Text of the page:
A tale of two potatoes.
“Home fries or hash browns, hon?”
If you’ve ever ordered breakfast at a diner, you’ve probably been asked this question, perhaps by a harried waitress. And you probably paused before responding. What is the difference between home fries and hash browns, anyway? Aren’t they both breakfast potatoes? Well, yes. And no.
Home fries are cubed or diced potatoes that are cooked in a skillet until they are brown and crisp on the outside and meltingly tender inside—perfect for mopping up runny egg yolks or extra gravy from a plate of biscuits. If you’re a fan of steak fries, you’re probably a fan of home fries.
The potatoes are usually pan-fried with thinly sliced onions, which caramelize as they cook, adding sweet and savory notes. Chopped bell peppers or chile peppers are another common addition to home fries. If you’re making home fries from scratch, use a cast-iron pan and a combination of butter and olive oil for the most flavor and better browning.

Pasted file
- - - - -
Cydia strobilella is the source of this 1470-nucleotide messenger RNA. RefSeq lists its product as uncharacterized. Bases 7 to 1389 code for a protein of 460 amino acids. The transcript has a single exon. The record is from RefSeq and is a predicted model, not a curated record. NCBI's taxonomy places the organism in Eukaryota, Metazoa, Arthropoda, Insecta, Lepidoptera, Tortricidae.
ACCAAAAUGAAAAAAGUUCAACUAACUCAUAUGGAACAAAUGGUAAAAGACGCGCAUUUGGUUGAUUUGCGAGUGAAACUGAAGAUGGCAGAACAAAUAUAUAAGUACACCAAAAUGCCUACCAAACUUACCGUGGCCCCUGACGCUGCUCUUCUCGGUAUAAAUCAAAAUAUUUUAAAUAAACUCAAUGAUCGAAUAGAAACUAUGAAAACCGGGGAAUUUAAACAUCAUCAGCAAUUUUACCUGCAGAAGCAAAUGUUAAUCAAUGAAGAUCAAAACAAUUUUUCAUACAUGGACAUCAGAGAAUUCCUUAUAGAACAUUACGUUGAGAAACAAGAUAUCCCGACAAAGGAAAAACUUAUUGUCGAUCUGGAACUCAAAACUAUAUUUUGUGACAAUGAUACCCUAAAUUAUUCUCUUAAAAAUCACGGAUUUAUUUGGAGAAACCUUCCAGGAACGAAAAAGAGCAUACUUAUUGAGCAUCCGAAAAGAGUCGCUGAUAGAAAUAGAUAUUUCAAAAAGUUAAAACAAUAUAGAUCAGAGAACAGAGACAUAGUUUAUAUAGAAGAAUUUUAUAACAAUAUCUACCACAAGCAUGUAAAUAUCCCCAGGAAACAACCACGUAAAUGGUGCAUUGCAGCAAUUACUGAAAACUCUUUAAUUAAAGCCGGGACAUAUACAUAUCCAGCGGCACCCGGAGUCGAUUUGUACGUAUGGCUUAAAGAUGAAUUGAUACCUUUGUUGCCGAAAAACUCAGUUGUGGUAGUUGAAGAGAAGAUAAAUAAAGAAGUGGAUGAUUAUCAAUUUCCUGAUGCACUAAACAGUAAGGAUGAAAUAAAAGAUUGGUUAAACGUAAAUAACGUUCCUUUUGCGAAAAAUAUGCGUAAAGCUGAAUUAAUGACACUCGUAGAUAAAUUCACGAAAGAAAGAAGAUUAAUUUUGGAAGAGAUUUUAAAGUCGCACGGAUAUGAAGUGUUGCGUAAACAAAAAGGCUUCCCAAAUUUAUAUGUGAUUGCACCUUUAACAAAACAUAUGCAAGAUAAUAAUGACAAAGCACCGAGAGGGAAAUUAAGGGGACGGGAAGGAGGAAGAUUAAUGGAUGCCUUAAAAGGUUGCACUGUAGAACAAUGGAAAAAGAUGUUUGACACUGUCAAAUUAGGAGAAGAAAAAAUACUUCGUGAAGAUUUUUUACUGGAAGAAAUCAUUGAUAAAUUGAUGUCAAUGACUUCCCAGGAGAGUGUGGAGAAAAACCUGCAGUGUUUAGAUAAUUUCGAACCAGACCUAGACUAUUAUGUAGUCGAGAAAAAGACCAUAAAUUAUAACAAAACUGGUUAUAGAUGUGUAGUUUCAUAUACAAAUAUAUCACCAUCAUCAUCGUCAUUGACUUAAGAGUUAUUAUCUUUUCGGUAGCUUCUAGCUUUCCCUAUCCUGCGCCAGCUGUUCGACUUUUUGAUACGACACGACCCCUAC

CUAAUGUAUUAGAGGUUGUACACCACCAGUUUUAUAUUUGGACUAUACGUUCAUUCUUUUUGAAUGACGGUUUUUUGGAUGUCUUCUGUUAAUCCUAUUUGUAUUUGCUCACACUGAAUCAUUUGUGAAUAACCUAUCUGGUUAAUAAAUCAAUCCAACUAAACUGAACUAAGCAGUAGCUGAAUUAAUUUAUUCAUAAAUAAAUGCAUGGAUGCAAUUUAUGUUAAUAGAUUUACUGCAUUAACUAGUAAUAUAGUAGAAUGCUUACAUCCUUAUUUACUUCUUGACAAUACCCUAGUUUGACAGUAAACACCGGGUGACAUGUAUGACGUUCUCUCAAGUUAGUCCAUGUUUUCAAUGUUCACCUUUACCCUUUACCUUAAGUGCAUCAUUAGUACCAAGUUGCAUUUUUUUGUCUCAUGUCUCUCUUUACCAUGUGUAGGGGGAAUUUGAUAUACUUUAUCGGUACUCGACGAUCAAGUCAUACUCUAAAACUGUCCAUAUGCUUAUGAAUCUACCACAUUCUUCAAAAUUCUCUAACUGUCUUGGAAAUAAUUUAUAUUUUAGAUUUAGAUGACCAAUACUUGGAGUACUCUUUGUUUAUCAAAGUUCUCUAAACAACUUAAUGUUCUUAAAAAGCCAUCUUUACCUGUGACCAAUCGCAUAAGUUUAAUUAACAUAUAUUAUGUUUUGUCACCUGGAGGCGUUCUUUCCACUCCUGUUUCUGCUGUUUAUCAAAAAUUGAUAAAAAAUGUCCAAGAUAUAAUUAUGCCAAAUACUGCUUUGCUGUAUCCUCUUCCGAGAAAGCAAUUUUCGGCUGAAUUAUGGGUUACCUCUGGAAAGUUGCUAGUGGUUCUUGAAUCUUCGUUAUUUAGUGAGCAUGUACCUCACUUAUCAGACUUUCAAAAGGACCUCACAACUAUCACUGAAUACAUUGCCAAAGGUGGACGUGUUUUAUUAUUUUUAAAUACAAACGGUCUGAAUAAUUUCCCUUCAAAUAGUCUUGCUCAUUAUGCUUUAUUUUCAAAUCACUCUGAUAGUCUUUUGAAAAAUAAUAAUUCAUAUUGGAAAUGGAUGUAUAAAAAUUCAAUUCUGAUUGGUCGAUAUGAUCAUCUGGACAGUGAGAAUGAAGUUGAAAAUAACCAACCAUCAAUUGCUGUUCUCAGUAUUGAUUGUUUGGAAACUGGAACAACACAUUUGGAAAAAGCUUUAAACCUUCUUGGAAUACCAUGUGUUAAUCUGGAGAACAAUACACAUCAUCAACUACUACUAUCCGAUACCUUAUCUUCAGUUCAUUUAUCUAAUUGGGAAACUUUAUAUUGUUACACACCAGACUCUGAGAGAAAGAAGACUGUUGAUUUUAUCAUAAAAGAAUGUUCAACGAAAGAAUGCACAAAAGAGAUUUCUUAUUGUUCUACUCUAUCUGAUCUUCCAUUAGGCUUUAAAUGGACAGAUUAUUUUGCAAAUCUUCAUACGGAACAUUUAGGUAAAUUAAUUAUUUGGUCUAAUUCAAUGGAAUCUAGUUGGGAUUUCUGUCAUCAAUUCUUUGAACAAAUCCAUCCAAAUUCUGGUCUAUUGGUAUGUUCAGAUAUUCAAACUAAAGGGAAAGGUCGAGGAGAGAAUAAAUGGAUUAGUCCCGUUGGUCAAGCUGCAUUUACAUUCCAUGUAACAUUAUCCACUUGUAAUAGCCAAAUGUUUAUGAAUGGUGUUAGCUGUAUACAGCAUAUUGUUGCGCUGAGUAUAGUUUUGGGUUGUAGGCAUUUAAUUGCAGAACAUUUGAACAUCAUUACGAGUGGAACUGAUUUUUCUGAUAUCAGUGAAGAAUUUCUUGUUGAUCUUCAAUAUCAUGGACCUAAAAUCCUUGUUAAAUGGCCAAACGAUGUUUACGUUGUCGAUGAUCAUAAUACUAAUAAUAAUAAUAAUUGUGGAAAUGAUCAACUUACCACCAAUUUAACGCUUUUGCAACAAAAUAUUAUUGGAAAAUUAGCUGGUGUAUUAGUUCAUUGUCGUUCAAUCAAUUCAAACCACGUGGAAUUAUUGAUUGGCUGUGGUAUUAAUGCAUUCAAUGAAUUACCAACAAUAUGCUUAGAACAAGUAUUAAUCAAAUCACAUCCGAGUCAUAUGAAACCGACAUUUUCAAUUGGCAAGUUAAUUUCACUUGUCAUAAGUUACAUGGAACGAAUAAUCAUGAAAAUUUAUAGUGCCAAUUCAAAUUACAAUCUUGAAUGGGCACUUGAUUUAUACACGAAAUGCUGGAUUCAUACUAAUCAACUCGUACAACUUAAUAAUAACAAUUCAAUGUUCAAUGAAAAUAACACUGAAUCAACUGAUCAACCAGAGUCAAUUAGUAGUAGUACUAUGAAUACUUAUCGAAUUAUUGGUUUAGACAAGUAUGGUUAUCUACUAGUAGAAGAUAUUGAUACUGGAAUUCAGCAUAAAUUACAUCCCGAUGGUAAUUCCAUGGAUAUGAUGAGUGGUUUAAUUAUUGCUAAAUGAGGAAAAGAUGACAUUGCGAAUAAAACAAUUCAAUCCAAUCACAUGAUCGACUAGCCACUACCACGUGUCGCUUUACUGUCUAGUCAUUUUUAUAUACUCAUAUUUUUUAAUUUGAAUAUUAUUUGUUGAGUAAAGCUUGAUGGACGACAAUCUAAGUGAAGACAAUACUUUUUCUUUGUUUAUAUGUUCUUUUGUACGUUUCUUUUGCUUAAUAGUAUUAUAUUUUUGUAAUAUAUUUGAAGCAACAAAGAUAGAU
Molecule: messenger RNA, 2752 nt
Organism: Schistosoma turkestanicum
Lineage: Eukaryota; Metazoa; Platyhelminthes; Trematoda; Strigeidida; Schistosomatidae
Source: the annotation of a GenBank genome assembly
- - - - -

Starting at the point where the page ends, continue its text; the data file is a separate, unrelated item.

Hash browns, on the other hand, are all about texture. Potatoes (usually russet potatoes) are thinly shredded, then fried in oil until they are golden and crisp with frizzled edges. You can shred the potatoes by hand or buy them pre-shredded and frozen. The potato shreds are fried in a hot skillet on both sides, like a pancake, so that the entire exterior is wonderfully crispy. Or you can get really creative and use them to make the crust of a quiche. If your ideal French fry is skinny and crunchy, with no fluffy interior to speak of, hash browns are probably your breakfast potato of choice.
Whether you use pre-shredded potatoes or shred them yourself, be sure to squeeze out as much moisture from the potatoes as possible. That starchy liquid will prevent the hash browns from browning nicely as they cook.